It suggests that unchallenged power has bred political apathy and inefficiency. In terms of the stumbles over the missing plane search, the article quotes Clive Kessler, emeritus professor of sociology and anthropology at the University of New South Wales, who says that the government “lacks the ability to handle many technical matters with assurance and to communicate its purposes globally with clarity and agility.”

• From Haiti: After all, what has been done for us?

The Montreal Gazette carried an article about a new documentary film, Ayiti Toma, The Land of the Living.

It explores the problem of outsiders trying to aid Haiti without truly knowing Haiti. Montreal filmmaker Joseph Hillel’s film opens with a “full-frontal assault” on the role of international aid in helping Haiti. The article mentions anthropologist Ira Lowenthal, who says that the United Nations and other institutions are, “not focused on bettering Haiti.”

Echoing, even more forcefully, Lowenthal’s view is the comment from a man in one of the many neighborhoods of Port-au-Prince hit hard by the 2010 earthquake: “…what has been done for us? Absolutely nothing.”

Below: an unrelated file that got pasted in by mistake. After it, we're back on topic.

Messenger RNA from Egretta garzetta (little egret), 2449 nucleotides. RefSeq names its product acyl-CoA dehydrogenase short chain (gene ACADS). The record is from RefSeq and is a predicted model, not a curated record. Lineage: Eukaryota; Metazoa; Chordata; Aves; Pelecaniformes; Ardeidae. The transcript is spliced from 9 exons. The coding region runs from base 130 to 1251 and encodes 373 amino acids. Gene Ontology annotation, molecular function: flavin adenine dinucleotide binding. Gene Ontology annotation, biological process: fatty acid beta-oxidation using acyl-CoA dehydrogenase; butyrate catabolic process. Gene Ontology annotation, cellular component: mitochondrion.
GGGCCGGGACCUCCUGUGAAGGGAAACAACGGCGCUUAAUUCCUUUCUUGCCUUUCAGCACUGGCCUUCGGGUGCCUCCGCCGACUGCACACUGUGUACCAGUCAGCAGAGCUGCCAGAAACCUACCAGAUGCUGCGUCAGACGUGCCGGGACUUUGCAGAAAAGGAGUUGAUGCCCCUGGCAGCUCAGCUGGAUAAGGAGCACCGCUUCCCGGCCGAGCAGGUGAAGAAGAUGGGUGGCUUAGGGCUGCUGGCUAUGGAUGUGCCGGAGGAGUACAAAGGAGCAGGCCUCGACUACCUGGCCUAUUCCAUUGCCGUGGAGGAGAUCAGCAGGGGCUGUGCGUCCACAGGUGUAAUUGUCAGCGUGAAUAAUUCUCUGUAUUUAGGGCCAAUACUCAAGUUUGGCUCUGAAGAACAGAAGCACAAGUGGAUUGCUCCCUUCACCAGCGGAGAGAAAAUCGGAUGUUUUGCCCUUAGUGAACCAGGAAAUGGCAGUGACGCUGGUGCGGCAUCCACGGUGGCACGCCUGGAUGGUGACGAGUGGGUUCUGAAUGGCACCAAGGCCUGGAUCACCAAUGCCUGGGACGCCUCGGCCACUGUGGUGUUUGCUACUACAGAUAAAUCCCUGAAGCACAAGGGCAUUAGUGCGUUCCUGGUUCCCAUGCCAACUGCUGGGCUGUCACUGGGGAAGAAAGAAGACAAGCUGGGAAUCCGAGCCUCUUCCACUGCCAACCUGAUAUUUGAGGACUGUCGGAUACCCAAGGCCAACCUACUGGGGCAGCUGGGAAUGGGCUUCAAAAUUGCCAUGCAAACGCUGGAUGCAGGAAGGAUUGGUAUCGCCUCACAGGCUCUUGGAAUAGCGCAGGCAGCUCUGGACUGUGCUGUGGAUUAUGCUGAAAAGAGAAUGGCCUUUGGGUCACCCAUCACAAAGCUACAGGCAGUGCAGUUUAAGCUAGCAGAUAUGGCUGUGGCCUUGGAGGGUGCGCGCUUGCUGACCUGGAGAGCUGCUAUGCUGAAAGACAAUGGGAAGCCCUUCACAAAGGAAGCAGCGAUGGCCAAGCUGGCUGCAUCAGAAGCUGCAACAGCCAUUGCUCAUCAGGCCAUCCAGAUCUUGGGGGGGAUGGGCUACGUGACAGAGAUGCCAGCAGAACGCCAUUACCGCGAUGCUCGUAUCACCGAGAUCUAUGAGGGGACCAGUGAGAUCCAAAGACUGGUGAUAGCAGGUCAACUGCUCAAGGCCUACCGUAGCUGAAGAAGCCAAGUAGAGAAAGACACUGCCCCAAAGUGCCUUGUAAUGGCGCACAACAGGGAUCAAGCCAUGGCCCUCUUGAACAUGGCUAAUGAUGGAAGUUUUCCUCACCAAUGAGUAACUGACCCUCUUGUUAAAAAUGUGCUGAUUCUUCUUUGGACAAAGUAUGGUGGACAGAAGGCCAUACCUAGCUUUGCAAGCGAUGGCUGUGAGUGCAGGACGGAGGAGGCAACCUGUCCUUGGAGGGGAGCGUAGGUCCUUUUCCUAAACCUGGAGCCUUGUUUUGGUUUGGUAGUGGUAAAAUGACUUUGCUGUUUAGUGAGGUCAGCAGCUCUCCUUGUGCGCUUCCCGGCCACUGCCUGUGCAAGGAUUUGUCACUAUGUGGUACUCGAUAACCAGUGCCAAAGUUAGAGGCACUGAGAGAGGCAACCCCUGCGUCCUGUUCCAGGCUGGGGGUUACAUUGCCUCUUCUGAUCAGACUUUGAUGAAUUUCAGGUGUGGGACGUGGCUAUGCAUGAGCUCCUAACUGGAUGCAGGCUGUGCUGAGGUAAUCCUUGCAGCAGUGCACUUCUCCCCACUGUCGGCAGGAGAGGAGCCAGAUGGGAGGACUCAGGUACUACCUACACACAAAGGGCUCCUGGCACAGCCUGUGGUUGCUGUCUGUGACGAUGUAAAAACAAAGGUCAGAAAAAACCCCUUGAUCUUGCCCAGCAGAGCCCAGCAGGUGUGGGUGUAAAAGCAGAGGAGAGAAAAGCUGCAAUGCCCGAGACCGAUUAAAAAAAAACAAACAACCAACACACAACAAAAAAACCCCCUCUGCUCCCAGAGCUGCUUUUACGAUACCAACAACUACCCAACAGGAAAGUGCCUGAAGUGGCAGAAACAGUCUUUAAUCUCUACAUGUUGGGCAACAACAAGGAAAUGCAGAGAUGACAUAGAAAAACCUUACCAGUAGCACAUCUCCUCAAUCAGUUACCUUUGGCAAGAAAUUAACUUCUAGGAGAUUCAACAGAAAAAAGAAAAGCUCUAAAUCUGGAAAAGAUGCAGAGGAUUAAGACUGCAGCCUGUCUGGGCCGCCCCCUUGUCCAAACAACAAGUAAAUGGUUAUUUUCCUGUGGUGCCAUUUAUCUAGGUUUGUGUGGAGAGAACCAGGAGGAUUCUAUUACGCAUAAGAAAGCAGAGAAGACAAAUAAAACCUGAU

Continue reading “Anthro in the news 3/24/14”

Anthro in the news 2/3/14

  • World Bank’s development plan for Myanmar

Jim Yong Kim, president of the World Bank and trained medical anthropologist and medical doctor, published an article in The Huffington Post describing the World Bank’s three pillars of its new $2 billion multi-year public and private sector investment program in Myanmar. Noting that 70 percent of Myanmar’s people lack access to electricity, especially in rural areas, he asserts that: “We share the Government’s commitment to expanding reliable, affordable access to electricity, especially to rural areas. That’s why, over the next five years, we’re seeking to invest $1 billion dollars in Myanmar’s power sector…” [Blogger’s notes: So electricity development gets half of the total. Further, the article doesn’t specify how the electricity will be generated, but likely through constructing large hydroelectric dams.]

He then discusses the importance of investing in health, endorsing the government’s goal of “universal health coverage by 2030.” He then turns briefly to agriculture.